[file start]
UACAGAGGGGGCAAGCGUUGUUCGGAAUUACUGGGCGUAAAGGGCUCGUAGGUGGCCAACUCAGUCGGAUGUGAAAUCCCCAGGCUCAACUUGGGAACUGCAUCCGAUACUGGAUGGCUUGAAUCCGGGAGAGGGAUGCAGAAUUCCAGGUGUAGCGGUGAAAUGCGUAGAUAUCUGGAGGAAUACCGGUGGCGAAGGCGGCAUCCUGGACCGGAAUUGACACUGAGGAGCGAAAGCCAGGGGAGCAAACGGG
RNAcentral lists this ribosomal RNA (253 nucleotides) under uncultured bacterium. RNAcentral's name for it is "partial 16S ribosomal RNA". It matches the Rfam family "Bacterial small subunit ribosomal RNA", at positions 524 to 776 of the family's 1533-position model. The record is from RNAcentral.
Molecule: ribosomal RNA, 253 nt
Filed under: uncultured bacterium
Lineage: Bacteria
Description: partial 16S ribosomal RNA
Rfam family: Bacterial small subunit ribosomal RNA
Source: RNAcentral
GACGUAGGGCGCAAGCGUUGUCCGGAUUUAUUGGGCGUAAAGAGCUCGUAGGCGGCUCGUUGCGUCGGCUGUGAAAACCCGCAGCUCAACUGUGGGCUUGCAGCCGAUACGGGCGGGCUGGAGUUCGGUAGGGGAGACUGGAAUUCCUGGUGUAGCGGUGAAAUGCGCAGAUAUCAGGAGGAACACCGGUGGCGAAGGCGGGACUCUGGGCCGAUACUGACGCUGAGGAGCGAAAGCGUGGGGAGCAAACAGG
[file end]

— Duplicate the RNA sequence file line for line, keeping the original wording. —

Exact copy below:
UACAGAGGGGGCAAGCGUUGUUCGGAAUUACUGGGCGUAAAGGGCUCGUAGGUGGCCAACUCAGUCGGAUGUGAAAUCCCCAGGCUCAACUUGGGAACUGCAUCCGAUACUGGAUGGCUUGAAUCCGGGAGAGGGAUGCAGAAUUCCAGGUGUAGCGGUGAAAUGCGUAGAUAUCUGGAGGAAUACCGGUGGCGAAGGCGGCAUCCUGGACCGGAAUUGACACUGAGGAGCGAAAGCCAGGGGAGCAAACGGG
RNAcentral lists this ribosomal RNA (253 nucleotides) under uncultured bacterium. RNAcentral's name for it is "partial 16S ribosomal RNA". It matches the Rfam family "Bacterial small subunit ribosomal RNA", at positions 524 to 776 of the family's 1533-position model. The record is from RNAcentral.
Molecule: ribosomal RNA, 253 nt
Filed under: uncultured bacterium
Lineage: Bacteria
Description: partial 16S ribosomal RNA
Rfam family: Bacterial small subunit ribosomal RNA
Source: RNAcentral
GACGUAGGGCGCAAGCGUUGUCCGGAUUUAUUGGGCGUAAAGAGCUCGUAGGCGGCUCGUUGCGUCGGCUGUGAAAACCCGCAGCUCAACUGUGGGCUUGCAGCCGAUACGGGCGGGCUGGAGUUCGGUAGGGGAGACUGGAAUUCCUGGUGUAGCGGUGAAAUGCGCAGAUAUCAGGAGGAACACCGGUGGCGAAGGCGGGACUCUGGGCCGAUACUGACGCUGAGGAGCGAAAGCGUGGGGAGCAAACAGG